Only in Alabama could we turn blessings into curses.

We all know the rule: if you don’t have anything nice to say in the Heart of Dixie, just bless their heart.

That’s Alabama, folks - a land of niceties and euphemisms where a whole series of gosh-darn-it’s, got-dang-it’s, dag-nab-it’s and dog-gone-it’s spare us the abuse of the Lord’s good name while God’s blessings are used in vain to damn men all the same.

No wonder then that certain truths in Alabama politics only ever seem to reach the level of hushed whispers for years on end. We merely imply truths to politely deny certain unpleasant facts staring us in the face. Certain things just aren’t supposed to be said aloud in polite company — well, not until these certain truths rise to the level of politically useful scandals. That’s when the alluring triad of sex, money, and power rears its ugly head.

Such vice is incredibly useful in the political arena, especially Alabama’s. Though I would personally much prefer scandalous love over illicit money-making or other sordid political ambitions (the latter two tend to land a man in prison while the former tends to end in ignominy or even a new office manager) such temptations have been known to upend Alabama’s high-profile political players stretching back through the decades.

That said, today we face another unpleasant fact in Alabama that does not quite fit neatly into this triad of temptations. This unseemly truth is not a scandal. It is not about sex or money, corrupt back-room bribes or conspiratorial cover-ups, whiskey or women.

No, the harsh truth staring Alabamians in the face today is the timeless tragedy of old age and inheritance.

At 77 years young, Governor Kay Ivey is the oldest Governor in the United States. At age 72, scandal helped promote Ivey to the Governor’s Mansion. After Governor Robert Bentley had what was reported to be some sort of sex with a woman who wasn’t his wife — and made a comically flaccid yearlong attempt to deny it and covered it up — Ivey ascended from the position of Lieutenant Governor to Governor after Bentley’s resignation. Ivey then used the power of the incumbency (as well as a safe conservative record) to easily win re-election in 2018. She is now seeking re-election again as incumbent Governor in 2022 with many challengers in a crowded GOP primary. Despite the primary challengers, she is still the favorite to win. Ivey will be 78 on Election Day and, if she wins, an octogenarian midway through her term.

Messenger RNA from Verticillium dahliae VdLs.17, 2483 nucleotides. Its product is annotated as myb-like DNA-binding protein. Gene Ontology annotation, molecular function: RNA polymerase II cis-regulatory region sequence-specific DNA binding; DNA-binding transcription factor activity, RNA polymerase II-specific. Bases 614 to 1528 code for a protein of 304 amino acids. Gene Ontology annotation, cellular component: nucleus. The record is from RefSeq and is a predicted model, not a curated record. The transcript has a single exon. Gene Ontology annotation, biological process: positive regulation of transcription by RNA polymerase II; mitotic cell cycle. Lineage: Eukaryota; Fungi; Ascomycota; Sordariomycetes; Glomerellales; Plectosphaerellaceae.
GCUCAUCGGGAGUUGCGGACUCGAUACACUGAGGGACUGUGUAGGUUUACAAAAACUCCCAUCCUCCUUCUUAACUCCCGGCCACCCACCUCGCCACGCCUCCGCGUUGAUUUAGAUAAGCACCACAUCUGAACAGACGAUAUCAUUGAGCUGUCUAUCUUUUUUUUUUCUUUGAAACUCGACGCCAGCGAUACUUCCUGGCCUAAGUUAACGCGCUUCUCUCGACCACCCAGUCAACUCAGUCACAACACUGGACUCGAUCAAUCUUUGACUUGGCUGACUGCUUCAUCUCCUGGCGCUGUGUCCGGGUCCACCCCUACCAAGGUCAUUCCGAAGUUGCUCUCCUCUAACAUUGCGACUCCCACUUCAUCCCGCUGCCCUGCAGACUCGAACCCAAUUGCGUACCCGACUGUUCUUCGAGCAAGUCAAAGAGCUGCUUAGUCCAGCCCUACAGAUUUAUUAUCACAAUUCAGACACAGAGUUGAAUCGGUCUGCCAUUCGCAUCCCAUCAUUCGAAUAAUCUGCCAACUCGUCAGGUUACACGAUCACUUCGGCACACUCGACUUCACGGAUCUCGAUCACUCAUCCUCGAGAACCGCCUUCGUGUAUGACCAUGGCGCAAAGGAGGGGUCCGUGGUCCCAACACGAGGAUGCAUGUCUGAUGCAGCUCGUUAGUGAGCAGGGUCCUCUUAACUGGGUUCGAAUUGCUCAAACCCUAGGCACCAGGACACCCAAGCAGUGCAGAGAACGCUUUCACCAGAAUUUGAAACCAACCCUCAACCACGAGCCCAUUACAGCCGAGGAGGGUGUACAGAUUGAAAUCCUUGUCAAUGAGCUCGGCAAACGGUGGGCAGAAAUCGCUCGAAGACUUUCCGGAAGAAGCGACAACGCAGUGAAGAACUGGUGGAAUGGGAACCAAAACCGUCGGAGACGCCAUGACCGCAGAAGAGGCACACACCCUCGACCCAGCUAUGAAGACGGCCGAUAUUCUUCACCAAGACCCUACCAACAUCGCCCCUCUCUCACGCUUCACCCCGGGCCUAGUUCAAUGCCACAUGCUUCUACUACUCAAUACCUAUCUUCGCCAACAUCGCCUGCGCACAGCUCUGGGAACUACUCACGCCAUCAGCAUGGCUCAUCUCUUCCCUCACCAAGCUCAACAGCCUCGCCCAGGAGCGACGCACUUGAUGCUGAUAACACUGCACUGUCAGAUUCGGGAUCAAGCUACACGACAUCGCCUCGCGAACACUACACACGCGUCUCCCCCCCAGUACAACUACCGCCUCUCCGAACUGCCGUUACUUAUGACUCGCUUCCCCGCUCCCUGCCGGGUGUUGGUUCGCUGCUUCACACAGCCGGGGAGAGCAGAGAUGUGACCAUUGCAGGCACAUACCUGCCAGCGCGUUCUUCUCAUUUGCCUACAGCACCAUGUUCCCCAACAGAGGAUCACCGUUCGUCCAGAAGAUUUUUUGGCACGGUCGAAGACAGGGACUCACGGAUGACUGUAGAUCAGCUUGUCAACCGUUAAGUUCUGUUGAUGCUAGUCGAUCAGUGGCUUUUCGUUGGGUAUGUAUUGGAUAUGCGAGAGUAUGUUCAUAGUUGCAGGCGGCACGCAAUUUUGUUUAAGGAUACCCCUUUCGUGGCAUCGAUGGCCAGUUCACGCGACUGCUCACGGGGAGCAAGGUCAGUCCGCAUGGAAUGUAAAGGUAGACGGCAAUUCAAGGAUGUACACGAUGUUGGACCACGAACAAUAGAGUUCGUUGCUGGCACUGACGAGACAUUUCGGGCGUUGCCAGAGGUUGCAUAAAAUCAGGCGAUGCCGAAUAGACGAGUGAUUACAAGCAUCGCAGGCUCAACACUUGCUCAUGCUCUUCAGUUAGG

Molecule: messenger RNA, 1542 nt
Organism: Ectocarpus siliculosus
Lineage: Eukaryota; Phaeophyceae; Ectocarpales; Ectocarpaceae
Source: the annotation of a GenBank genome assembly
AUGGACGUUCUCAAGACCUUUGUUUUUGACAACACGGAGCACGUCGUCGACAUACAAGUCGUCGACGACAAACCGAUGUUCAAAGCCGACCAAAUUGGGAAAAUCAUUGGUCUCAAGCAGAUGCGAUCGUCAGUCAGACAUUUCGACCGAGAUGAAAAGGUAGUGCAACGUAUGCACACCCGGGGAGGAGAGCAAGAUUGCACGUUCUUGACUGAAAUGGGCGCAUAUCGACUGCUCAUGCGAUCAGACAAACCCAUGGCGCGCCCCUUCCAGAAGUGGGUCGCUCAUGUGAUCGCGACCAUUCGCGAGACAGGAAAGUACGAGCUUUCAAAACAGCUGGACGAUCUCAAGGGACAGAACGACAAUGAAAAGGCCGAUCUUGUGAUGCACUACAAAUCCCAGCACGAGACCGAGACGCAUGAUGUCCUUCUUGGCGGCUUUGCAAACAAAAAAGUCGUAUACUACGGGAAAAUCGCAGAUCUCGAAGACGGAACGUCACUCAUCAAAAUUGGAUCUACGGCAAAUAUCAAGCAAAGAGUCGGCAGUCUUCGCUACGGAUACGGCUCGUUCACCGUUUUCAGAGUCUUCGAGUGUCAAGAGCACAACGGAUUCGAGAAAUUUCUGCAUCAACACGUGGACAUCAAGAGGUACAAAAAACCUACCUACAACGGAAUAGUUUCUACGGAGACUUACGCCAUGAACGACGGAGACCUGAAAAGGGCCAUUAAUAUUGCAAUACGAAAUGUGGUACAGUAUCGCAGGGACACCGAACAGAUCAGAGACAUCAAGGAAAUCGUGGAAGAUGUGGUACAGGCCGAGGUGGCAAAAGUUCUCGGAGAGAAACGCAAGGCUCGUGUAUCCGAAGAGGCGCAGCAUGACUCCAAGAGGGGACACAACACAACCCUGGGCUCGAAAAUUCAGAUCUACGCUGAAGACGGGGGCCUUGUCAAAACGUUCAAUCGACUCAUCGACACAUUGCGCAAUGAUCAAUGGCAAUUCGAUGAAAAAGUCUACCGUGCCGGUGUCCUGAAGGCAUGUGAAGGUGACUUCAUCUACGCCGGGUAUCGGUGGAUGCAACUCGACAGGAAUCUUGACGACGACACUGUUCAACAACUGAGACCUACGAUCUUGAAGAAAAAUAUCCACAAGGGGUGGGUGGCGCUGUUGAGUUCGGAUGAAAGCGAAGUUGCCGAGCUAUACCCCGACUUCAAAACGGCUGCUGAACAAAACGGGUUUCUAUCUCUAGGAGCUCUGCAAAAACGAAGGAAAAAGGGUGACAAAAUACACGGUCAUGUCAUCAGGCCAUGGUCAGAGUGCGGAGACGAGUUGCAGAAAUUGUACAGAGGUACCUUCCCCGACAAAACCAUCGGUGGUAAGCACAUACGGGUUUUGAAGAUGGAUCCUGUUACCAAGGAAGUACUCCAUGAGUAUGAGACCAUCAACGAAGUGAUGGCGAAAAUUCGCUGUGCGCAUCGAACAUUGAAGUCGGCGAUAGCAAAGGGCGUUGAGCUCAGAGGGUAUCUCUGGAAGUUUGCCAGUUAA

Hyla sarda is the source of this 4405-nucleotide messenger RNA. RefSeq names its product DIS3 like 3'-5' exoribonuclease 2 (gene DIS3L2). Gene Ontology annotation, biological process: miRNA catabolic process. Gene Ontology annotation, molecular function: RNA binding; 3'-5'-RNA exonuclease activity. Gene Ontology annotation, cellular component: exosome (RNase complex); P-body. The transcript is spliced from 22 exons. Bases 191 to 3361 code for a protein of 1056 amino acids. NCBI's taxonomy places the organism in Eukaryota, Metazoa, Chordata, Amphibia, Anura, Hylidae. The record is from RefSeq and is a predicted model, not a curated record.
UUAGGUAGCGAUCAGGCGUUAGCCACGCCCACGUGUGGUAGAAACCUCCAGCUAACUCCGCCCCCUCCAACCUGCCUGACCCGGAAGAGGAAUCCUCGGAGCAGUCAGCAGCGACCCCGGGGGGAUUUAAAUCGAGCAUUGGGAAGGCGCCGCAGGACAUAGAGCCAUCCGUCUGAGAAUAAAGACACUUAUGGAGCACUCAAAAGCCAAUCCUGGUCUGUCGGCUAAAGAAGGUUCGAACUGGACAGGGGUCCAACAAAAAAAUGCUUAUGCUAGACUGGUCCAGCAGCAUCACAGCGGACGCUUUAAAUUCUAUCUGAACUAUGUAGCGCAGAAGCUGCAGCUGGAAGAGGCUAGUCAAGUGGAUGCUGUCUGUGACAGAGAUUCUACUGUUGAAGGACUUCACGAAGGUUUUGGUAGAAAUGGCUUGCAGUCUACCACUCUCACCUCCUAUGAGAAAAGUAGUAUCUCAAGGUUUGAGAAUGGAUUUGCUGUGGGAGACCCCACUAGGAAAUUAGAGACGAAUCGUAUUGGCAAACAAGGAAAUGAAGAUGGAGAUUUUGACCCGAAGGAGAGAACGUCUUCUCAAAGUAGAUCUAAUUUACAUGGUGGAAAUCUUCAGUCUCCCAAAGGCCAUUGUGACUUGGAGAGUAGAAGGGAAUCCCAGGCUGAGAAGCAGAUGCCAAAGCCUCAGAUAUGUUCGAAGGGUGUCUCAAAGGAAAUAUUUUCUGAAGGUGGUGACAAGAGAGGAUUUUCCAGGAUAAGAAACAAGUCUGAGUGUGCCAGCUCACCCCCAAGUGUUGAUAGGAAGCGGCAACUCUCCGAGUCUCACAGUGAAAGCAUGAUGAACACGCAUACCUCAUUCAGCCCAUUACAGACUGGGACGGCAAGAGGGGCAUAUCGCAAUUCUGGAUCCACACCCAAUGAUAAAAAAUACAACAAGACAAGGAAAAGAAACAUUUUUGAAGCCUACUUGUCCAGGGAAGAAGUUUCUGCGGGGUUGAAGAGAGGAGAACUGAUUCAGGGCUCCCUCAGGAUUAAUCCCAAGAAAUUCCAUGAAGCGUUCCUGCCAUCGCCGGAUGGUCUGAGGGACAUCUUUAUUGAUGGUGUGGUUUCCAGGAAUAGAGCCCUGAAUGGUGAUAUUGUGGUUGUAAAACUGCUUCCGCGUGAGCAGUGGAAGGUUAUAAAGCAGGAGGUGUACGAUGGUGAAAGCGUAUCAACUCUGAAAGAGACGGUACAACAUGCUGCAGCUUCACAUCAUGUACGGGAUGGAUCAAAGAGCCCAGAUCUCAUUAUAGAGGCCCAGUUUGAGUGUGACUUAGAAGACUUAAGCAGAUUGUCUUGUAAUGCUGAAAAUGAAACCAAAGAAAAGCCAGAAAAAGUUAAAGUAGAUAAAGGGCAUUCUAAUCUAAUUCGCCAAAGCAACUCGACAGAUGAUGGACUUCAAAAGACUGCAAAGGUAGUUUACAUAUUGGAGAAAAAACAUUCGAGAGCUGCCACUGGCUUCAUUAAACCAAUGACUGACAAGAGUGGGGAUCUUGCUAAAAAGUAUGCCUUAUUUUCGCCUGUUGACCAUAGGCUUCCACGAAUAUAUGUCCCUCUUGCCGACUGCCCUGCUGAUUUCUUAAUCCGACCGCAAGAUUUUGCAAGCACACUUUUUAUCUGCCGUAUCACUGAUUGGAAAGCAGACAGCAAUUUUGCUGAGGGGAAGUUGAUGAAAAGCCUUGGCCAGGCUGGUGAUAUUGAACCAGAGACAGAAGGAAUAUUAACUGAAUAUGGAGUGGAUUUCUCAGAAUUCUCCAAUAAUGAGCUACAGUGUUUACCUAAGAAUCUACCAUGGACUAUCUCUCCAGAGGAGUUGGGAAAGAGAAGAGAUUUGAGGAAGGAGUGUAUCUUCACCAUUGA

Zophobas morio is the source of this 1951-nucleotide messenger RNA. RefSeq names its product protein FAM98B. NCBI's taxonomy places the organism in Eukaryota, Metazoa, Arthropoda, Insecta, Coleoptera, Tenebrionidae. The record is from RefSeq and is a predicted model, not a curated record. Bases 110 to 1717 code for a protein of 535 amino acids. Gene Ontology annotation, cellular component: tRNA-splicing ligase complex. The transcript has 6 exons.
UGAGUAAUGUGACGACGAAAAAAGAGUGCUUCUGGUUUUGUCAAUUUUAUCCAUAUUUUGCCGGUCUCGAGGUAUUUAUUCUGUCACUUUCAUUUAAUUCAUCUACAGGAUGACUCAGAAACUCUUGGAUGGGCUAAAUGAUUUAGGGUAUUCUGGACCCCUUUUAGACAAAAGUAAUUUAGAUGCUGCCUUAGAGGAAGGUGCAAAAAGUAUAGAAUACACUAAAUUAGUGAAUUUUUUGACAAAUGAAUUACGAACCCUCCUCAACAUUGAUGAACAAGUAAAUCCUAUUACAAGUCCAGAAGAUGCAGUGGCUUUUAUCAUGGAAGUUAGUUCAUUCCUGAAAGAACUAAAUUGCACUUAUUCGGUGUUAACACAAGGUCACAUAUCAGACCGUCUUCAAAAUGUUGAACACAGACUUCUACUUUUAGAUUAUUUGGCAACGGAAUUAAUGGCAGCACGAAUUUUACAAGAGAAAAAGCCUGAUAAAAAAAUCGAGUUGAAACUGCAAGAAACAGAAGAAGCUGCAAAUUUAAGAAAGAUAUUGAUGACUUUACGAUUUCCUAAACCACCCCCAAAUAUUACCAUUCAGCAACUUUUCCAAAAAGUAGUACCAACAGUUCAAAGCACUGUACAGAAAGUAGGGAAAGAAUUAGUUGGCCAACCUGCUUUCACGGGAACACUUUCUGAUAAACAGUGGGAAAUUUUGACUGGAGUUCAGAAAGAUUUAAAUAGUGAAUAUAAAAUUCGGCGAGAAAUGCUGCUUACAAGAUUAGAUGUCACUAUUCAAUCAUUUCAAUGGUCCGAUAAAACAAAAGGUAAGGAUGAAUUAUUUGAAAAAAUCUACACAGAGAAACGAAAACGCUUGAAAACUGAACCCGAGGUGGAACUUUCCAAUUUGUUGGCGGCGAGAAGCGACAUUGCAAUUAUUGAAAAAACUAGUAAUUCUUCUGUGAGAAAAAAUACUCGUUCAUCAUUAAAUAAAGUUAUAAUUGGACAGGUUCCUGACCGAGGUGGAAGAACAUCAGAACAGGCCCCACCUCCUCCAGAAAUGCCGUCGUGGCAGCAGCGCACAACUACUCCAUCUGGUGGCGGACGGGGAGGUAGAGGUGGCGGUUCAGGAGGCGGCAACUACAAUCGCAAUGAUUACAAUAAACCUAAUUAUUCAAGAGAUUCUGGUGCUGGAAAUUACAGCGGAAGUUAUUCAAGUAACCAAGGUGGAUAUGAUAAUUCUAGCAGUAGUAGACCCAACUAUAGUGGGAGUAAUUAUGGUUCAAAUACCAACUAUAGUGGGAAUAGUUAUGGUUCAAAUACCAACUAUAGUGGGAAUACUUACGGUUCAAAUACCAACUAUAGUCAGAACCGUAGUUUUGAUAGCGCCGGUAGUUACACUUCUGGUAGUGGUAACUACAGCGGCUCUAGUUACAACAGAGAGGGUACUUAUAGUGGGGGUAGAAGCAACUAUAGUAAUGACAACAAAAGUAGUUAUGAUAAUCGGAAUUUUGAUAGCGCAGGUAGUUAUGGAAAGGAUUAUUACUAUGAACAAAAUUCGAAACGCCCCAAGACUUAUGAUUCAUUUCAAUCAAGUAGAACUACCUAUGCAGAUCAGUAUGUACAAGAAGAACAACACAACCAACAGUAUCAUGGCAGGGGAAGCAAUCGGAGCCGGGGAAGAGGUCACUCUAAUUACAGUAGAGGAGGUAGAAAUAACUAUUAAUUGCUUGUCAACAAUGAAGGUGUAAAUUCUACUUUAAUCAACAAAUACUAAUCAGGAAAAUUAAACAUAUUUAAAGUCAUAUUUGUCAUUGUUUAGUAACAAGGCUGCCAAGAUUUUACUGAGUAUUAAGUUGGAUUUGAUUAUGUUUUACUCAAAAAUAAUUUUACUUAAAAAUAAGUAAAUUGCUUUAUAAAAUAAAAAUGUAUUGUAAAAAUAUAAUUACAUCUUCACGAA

These are the basic facts.

Now, here’s the rude, unspeakable question: if re-elected, will Governor Ivey be physically and mentally capable of responsibly fulfilling the duties of her office for another full term?

The honest answer is: I don’t know.

I would like to say “yes.” There would be even some comfort in a confirmed “no.” Instead, I am left to the suspicions my own ears and eyes provide while hearing scurrilous rumors through the grapevine.

I suspect I am not the only one in Alabama who has thought of this - especially Lieutenant Governor Will Ainsworth.

Ainsworth is himself running for re-election unopposed and is now supporting Ivey’s own bid despite heated public disagreements over COVID policy. There is a good - at least non-zero - probability Will Ainsworth will inherit the Governor’s Mansion and gubernatorial incumbency just as Kay Ivey did in 2017 — though let us hope sans sex scandal.

I do not bring this up to bury Kay Ivey. I wish her health and all the blessings of heaven. Truly, may God bless her mind, body, and soul — and her little dog Missy too!